Sir Osbert Lancaster original art
Artist - Osbert Lancaster (1908-1996)
Title - As far as I am concerned the sooner the British Car Industry gets into Europe and out of West Kensington the better (illustration for the Daily Express)
Medium - pen and ink
Size - 23 x 38cm.
Provenance - Chris Beetles, London. (See label verso)
Sir Osbert Lancaster, CBE (4 August 1908 – 27 July 1986) was an English cartoonist, architectural historian, stage designer and author. He was known for his cartoons in the British press, and for his lifelong work to inform the general public about good buildings and architectural heritage.
The only child of a prosperous family, Lancaster was educated at Charterhouse School and Lincoln College, Oxford; at both he was an undistinguished scholar. From an early age he was determined to be a professional artist and designer and studied at leading art colleges in Oxford and London. While working as a contributor to The Architectural Review in the mid-1930s, Lancaster published the first of a series of books on architecture, aiming to simultaneously amuse the general reader and demystify the subject. Several of the terms he coined as labels for architectural styles have gained common usage, including "Pont Street Dutch" and "Stockbroker's Tudor", and his books have continued to be regarded as important works of reference on the subject.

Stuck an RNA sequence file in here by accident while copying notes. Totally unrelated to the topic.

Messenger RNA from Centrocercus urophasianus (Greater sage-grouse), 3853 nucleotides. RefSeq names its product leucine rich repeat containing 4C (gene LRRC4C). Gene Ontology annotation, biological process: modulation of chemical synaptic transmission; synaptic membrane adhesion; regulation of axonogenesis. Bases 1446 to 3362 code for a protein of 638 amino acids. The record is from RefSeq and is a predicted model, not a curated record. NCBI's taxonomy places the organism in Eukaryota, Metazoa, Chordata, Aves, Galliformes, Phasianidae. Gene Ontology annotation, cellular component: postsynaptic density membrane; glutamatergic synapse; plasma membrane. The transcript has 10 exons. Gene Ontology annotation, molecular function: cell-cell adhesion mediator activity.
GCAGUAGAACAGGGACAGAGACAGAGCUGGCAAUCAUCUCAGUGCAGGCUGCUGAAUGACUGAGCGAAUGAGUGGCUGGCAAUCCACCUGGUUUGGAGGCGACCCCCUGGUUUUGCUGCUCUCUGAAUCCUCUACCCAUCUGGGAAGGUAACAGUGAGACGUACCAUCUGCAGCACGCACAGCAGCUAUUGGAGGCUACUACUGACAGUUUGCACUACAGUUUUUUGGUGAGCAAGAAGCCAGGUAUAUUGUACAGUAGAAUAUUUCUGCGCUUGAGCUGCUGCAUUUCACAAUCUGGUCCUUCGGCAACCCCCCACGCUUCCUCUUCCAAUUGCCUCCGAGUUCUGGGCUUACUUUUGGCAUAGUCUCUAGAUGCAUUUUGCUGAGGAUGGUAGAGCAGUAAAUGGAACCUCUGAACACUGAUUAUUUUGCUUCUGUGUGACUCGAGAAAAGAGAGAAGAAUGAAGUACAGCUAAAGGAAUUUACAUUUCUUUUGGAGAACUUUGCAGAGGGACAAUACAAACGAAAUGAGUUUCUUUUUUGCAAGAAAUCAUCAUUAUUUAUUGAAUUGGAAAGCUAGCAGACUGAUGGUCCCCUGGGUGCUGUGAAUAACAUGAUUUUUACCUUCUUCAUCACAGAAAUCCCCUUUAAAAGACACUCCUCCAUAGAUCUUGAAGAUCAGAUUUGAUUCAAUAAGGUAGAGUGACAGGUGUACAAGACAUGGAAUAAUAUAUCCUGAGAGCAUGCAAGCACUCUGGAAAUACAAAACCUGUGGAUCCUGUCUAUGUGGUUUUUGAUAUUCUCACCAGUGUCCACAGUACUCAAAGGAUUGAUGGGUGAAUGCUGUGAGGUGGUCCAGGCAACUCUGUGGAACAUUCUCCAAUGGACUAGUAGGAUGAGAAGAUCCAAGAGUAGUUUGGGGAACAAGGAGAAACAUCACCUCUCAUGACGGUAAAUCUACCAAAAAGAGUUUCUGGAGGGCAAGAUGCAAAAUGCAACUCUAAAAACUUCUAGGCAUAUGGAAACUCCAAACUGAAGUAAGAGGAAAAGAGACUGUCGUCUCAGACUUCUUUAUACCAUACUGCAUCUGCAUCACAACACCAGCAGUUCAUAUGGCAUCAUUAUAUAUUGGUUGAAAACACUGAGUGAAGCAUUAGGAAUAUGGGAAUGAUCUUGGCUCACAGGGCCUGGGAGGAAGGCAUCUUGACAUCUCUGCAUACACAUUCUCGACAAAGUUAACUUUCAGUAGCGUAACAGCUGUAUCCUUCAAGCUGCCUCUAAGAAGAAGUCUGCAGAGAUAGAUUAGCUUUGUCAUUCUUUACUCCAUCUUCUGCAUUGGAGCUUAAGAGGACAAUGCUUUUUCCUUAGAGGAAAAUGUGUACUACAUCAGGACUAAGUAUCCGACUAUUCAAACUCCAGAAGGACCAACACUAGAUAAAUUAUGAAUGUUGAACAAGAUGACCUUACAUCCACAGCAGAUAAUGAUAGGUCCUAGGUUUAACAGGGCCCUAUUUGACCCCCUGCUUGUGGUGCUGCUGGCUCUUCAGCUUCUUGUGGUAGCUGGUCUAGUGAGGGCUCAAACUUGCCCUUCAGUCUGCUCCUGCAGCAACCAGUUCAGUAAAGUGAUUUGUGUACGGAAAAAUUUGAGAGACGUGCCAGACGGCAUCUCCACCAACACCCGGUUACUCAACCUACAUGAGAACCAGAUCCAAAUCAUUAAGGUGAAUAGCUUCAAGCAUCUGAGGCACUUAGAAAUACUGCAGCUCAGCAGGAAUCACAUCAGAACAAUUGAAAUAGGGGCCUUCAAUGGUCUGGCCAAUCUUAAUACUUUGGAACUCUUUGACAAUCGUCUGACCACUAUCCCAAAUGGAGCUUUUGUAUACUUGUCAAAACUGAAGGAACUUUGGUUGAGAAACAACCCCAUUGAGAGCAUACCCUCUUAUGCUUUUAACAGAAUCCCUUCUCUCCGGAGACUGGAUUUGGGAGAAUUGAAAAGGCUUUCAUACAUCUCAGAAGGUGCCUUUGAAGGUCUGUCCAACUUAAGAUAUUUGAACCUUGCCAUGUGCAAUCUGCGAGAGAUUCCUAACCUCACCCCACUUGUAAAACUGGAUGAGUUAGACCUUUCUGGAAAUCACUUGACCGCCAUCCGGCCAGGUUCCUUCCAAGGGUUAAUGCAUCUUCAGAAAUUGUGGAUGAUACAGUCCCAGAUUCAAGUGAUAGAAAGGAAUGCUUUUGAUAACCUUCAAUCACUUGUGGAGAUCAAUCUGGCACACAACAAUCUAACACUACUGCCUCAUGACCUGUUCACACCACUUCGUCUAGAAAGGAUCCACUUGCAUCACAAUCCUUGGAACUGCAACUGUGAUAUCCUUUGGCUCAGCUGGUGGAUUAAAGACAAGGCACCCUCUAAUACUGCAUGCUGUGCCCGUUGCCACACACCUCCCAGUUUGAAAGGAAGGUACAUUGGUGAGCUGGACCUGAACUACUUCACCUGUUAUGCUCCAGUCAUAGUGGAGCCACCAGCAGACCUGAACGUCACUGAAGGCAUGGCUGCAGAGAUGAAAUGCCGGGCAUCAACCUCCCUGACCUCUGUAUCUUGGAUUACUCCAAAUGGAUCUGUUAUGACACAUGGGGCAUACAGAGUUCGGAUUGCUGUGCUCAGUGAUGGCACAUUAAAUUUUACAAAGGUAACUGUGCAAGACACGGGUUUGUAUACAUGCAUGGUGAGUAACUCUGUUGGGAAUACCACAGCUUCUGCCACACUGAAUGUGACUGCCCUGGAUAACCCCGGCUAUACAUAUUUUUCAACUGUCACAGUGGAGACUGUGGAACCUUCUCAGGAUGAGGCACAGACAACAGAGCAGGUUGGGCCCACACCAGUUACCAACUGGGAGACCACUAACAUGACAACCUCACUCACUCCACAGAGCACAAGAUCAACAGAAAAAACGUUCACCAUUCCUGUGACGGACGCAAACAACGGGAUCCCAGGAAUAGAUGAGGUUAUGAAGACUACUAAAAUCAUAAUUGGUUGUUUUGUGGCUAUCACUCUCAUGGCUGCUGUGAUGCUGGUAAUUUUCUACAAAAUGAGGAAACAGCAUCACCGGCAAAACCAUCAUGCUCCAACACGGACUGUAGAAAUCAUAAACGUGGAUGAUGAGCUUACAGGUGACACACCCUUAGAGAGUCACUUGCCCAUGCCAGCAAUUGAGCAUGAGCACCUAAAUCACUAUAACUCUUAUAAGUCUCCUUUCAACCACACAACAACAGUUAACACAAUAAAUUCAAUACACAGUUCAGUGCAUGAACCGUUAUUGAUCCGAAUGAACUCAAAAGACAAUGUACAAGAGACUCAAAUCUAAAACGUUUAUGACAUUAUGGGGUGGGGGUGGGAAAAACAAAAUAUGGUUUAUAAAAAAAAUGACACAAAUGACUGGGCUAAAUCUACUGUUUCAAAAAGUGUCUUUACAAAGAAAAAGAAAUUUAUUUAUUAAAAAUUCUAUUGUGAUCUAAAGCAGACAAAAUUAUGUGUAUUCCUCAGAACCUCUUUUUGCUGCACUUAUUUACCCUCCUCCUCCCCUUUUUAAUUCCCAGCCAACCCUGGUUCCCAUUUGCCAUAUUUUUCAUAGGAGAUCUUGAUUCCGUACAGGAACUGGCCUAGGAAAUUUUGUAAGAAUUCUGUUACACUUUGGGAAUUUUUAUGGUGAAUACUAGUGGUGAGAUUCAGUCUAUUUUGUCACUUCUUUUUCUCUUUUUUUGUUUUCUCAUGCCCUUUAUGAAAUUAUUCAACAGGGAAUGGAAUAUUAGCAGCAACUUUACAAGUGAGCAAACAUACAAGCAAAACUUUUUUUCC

In 1938 Lancaster was invited to contribute topical cartoons to The Daily Express. He introduced the single column-width cartoon popular in the French press but not until then seen in British papers. Between 1939 and his retirement in 1981 he drew about 10,000 of these "pocket cartoons", which made him a nationally known figure. He developed a cast of regular characters, led by his best-known creation, Maudie Littlehampton, through whom he expressed his views on the fashions, fads and political events of the day.
From his youth, Lancaster wanted to design for the theatre, and in 1951 he was commissioned to create costumes and scenery for a new ballet, Pineapple Poll. Between then and the early 1970s he designed new productions for the Royal Ballet, Glyndebourne, D'Oyly Carte, the Old Vic and the West End. His productivity declined in his later years, when his health began to fail. He died at his London home in Chelsea, aged 77. His diverse career, honoured by a knighthood in 1975, was celebrated by an exhibition at the Wallace Collection marking the centenary of his birth and titled Cartoons and Coronets: The Genius of Osbert Lancaster